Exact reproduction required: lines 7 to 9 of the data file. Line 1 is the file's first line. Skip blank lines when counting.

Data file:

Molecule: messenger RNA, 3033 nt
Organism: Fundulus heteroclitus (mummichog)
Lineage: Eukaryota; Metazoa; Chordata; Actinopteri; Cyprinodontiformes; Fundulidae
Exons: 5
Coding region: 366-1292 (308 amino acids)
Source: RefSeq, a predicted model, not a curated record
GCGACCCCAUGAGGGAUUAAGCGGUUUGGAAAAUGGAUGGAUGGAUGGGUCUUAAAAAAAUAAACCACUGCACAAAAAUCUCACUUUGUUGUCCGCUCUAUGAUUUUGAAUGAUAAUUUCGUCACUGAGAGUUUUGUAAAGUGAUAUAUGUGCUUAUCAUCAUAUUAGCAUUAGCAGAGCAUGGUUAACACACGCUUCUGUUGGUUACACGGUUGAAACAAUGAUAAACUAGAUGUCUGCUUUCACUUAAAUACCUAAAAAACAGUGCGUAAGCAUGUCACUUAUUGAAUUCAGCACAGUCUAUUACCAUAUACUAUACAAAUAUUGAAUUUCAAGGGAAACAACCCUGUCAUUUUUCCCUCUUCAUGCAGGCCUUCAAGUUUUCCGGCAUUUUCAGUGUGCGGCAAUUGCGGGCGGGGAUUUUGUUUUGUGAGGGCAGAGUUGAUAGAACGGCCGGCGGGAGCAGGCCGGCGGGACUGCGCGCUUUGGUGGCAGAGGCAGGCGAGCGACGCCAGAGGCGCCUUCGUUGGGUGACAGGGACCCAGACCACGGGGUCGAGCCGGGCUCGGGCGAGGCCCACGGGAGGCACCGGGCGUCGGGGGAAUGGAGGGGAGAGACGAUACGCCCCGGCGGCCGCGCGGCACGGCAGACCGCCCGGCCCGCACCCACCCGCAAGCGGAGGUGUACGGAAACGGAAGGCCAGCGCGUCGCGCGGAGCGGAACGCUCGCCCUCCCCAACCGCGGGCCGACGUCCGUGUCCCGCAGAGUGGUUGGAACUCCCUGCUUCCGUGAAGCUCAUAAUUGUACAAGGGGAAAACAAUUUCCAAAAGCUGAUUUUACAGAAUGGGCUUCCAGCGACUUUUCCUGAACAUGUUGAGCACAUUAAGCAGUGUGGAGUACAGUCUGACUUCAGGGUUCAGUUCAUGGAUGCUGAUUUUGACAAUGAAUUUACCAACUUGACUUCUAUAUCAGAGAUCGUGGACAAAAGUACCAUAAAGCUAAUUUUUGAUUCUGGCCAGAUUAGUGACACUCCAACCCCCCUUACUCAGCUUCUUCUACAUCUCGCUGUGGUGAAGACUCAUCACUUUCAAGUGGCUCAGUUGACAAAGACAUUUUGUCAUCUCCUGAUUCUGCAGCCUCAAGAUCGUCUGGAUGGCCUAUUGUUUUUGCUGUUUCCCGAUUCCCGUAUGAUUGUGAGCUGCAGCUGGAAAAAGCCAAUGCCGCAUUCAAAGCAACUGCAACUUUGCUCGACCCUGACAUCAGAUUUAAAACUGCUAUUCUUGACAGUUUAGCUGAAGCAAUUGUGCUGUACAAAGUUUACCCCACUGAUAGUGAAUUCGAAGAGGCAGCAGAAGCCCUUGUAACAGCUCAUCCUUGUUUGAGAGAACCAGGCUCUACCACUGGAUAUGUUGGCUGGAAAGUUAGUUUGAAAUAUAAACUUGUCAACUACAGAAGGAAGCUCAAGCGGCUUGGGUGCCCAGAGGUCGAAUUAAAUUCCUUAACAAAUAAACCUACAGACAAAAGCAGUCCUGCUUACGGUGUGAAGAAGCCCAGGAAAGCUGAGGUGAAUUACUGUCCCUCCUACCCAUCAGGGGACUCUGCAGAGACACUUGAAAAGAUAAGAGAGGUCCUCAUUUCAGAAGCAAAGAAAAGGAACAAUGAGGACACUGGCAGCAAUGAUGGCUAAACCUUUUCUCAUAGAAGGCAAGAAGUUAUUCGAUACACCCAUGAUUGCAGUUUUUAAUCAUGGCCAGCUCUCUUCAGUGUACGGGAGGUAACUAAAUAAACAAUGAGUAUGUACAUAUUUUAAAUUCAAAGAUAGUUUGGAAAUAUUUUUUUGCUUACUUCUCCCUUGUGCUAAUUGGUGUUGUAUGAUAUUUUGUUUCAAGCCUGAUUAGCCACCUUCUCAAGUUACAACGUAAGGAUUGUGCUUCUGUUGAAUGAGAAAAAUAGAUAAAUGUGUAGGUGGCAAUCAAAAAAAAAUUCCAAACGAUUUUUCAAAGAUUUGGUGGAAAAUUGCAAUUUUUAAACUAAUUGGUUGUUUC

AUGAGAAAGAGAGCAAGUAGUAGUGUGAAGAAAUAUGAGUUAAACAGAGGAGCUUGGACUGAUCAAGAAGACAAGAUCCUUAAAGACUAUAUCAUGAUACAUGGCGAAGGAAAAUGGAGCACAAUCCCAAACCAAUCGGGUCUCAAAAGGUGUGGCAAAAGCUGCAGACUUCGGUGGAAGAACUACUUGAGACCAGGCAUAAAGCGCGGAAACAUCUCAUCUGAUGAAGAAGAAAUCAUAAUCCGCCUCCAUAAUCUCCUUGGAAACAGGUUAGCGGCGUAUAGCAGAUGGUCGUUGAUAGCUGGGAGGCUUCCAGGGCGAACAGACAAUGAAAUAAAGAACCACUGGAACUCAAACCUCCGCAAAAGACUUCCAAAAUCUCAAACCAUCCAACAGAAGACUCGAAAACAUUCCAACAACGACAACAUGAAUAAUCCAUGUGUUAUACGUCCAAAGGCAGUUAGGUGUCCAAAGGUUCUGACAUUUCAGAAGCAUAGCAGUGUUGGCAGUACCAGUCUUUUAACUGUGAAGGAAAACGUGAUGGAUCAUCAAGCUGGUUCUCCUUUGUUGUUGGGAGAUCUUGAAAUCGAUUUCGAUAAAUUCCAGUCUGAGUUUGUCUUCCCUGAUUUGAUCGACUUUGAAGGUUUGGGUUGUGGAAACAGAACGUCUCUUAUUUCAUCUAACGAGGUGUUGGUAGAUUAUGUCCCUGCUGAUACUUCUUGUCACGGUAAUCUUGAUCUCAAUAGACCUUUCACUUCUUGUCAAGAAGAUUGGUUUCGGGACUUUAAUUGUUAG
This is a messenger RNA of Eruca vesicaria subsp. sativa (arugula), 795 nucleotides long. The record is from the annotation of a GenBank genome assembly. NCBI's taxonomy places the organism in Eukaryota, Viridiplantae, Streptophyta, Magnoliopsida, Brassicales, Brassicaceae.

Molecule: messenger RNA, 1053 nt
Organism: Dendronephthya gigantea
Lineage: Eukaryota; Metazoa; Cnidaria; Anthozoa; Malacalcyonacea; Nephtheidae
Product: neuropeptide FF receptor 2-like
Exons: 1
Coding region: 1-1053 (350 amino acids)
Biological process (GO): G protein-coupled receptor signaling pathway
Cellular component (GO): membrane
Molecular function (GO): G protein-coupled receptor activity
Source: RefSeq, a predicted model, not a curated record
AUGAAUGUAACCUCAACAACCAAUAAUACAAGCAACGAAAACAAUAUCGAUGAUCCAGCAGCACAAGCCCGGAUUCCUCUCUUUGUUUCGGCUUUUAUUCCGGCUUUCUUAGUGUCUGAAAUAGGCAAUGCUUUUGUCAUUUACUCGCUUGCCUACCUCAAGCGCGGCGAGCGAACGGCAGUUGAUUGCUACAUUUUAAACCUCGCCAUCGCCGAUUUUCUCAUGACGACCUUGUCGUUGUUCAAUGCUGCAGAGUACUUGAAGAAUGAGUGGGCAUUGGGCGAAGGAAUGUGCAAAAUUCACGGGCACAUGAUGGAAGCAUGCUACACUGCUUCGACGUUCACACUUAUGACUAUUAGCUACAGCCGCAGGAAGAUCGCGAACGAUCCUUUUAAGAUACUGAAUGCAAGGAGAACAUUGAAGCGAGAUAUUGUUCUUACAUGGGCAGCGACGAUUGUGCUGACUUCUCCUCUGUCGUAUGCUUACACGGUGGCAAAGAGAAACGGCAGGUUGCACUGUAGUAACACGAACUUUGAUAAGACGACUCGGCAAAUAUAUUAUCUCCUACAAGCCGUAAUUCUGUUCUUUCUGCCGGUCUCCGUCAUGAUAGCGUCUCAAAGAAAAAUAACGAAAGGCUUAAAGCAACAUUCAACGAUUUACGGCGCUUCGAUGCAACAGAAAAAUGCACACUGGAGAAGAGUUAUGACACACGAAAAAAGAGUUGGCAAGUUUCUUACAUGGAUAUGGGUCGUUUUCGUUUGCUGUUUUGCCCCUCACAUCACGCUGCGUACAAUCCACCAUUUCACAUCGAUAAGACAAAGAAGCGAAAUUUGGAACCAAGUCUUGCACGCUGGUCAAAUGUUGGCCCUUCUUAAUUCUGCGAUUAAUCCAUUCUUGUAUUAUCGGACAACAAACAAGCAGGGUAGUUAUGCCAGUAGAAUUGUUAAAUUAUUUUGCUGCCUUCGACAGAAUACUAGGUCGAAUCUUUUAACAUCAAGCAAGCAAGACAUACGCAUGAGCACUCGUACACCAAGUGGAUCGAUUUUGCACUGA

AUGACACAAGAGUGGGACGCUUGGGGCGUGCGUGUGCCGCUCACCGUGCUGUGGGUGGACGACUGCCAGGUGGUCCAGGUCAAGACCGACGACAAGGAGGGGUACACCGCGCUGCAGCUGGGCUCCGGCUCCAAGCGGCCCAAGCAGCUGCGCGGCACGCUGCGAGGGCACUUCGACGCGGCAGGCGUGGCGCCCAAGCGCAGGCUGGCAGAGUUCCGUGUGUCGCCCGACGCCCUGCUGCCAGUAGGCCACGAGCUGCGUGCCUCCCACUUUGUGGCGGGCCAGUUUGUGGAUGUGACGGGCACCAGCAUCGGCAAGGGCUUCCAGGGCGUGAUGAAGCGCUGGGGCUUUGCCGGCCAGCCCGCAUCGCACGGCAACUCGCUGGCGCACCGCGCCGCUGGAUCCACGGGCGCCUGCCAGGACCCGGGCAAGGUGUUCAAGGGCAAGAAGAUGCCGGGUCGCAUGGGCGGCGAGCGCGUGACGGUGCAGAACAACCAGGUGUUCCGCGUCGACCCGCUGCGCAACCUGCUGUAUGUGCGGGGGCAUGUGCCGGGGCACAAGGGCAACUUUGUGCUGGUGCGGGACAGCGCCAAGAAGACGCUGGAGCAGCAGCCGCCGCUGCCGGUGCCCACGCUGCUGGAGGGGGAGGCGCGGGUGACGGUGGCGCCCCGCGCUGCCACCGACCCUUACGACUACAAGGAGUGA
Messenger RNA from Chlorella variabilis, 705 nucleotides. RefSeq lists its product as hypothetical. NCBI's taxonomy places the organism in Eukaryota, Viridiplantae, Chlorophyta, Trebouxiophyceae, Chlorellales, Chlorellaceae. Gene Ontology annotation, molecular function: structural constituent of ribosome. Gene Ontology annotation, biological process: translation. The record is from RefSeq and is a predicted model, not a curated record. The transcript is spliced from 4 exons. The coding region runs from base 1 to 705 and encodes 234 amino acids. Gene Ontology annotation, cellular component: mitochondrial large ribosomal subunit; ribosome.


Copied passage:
GCGACCCCAUGAGGGAUUAAGCGGUUUGGAAAAUGGAUGGAUGGAUGGGUCUUAAAAAAAUAAACCACUGCACAAAAAUCUCACUUUGUUGUCCGCUCUAUGAUUUUGAAUGAUAAUUUCGUCACUGAGAGUUUUGUAAAGUGAUAUAUGUGCUUAUCAUCAUAUUAGCAUUAGCAGAGCAUGGUUAACACACGCUUCUGUUGGUUACACGGUUGAAACAAUGAUAAACUAGAUGUCUGCUUUCACUUAAAUACCUAAAAAACAGUGCGUAAGCAUGUCACUUAUUGAAUUCAGCACAGUCUAUUACCAUAUACUAUACAAAUAUUGAAUUUCAAGGGAAACAACCCUGUCAUUUUUCCCUCUUCAUGCAGGCCUUCAAGUUUUCCGGCAUUUUCAGUGUGCGGCAAUUGCGGGCGGGGAUUUUGUUUUGUGAGGGCAGAGUUGAUAGAACGGCCGGCGGGAGCAGGCCGGCGGGACUGCGCGCUUUGGUGGCAGAGGCAGGCGAGCGACGCCAGAGGCGCCUUCGUUGGGUGACAGGGACCCAGACCACGGGGUCGAGCCGGGCUCGGGCGAGGCCCACGGGAGGCACCGGGCGUCGGGGGAAUGGAGGGGAGAGACGAUACGCCCCGGCGGCCGCGCGGCACGGCAGACCGCCCGGCCCGCACCCACCCGCAAGCGGAGGUGUACGGAAACGGAAGGCCAGCGCGUCGCGCGGAGCGGAACGCUCGCCCUCCCCAACCGCGGGCCGACGUCCGUGUCCCGCAGAGUGGUUGGAACUCCCUGCUUCCGUGAAGCUCAUAAUUGUACAAGGGGAAAACAAUUUCCAAAAGCUGAUUUUACAGAAUGGGCUUCCAGCGACUUUUCCUGAACAUGUUGAGCACAUUAAGCAGUGUGGAGUACAGUCUGACUUCAGGGUUCAGUUCAUGGAUGCUGAUUUUGACAAUGAAUUUACCAACUUGACUUCUAUAUCAGAGAUCGUGGACAAAAGUACCAUAAAGCUAAUUUUUGAUUCUGGCCAGAUUAGUGACACUCCAACCCCCCUUACUCAGCUUCUUCUACAUCUCGCUGUGGUGAAGACUCAUCACUUUCAAGUGGCUCAGUUGACAAAGACAUUUUGUCAUCUCCUGAUUCUGCAGCCUCAAGAUCGUCUGGAUGGCCUAUUGUUUUUGCUGUUUCCCGAUUCCCGUAUGAUUGUGAGCUGCAGCUGGAAAAAGCCAAUGCCGCAUUCAAAGCAACUGCAACUUUGCUCGACCCUGACAUCAGAUUUAAAACUGCUAUUCUUGACAGUUUAGCUGAAGCAAUUGUGCUGUACAAAGUUUACCCCACUGAUAGUGAAUUCGAAGAGGCAGCAGAAGCCCUUGUAACAGCUCAUCCUUGUUUGAGAGAACCAGGCUCUACCACUGGAUAUGUUGGCUGGAAAGUUAGUUUGAAAUAUAAACUUGUCAACUACAGAAGGAAGCUCAAGCGGCUUGGGUGCCCAGAGGUCGAAUUAAAUUCCUUAACAAAUAAACCUACAGACAAAAGCAGUCCUGCUUACGGUGUGAAGAAGCCCAGGAAAGCUGAGGUGAAUUACUGUCCCUCCUACCCAUCAGGGGACUCUGCAGAGACACUUGAAAAGAUAAGAGAGGUCCUCAUUUCAGAAGCAAAGAAAAGGAACAAUGAGGACACUGGCAGCAAUGAUGGCUAAACCUUUUCUCAUAGAAGGCAAGAAGUUAUUCGAUACACCCAUGAUUGCAGUUUUUAAUCAUGGCCAGCUCUCUUCAGUGUACGGGAGGUAACUAAAUAAACAAUGAGUAUGUACAUAUUUUAAAUUCAAAGAUAGUUUGGAAAUAUUUUUUUGCUUACUUCUCCCUUGUGCUAAUUGGUGUUGUAUGAUAUUUUGUUUCAAGCCUGAUUAGCCACCUUCUCAAGUUACAACGUAAGGAUUGUGCUUCUGUUGAAUGAGAAAAAUAGAUAAAUGUGUAGGUGGCAAUCAAAAAAAAAUUCCAAACGAUUUUUCAAAGAUUUGGUGGAAAAUUGCAAUUUUUAAACUAAUUGGUUGUUUC

AUGAGAAAGAGAGCAAGUAGUAGUGUGAAGAAAUAUGAGUUAAACAGAGGAGCUUGGACUGAUCAAGAAGACAAGAUCCUUAAAGACUAUAUCAUGAUACAUGGCGAAGGAAAAUGGAGCACAAUCCCAAACCAAUCGGGUCUCAAAAGGUGUGGCAAAAGCUGCAGACUUCGGUGGAAGAACUACUUGAGACCAGGCAUAAAGCGCGGAAACAUCUCAUCUGAUGAAGAAGAAAUCAUAAUCCGCCUCCAUAAUCUCCUUGGAAACAGGUUAGCGGCGUAUAGCAGAUGGUCGUUGAUAGCUGGGAGGCUUCCAGGGCGAACAGACAAUGAAAUAAAGAACCACUGGAACUCAAACCUCCGCAAAAGACUUCCAAAAUCUCAAACCAUCCAACAGAAGACUCGAAAACAUUCCAACAACGACAACAUGAAUAAUCCAUGUGUUAUACGUCCAAAGGCAGUUAGGUGUCCAAAGGUUCUGACAUUUCAGAAGCAUAGCAGUGUUGGCAGUACCAGUCUUUUAACUGUGAAGGAAAACGUGAUGGAUCAUCAAGCUGGUUCUCCUUUGUUGUUGGGAGAUCUUGAAAUCGAUUUCGAUAAAUUCCAGUCUGAGUUUGUCUUCCCUGAUUUGAUCGACUUUGAAGGUUUGGGUUGUGGAAACAGAACGUCUCUUAUUUCAUCUAACGAGGUGUUGGUAGAUUAUGUCCCUGCUGAUACUUCUUGUCACGGUAAUCUUGAUCUCAAUAGACCUUUCACUUCUUGUCAAGAAGAUUGGUUUCGGGACUUUAAUUGUUAG
This is a messenger RNA of Eruca vesicaria subsp. sativa (arugula), 795 nucleotides long. The record is from the annotation of a GenBank genome assembly. NCBI's taxonomy places the organism in Eukaryota, Viridiplantae, Streptophyta, Magnoliopsida, Brassicales, Brassicaceae.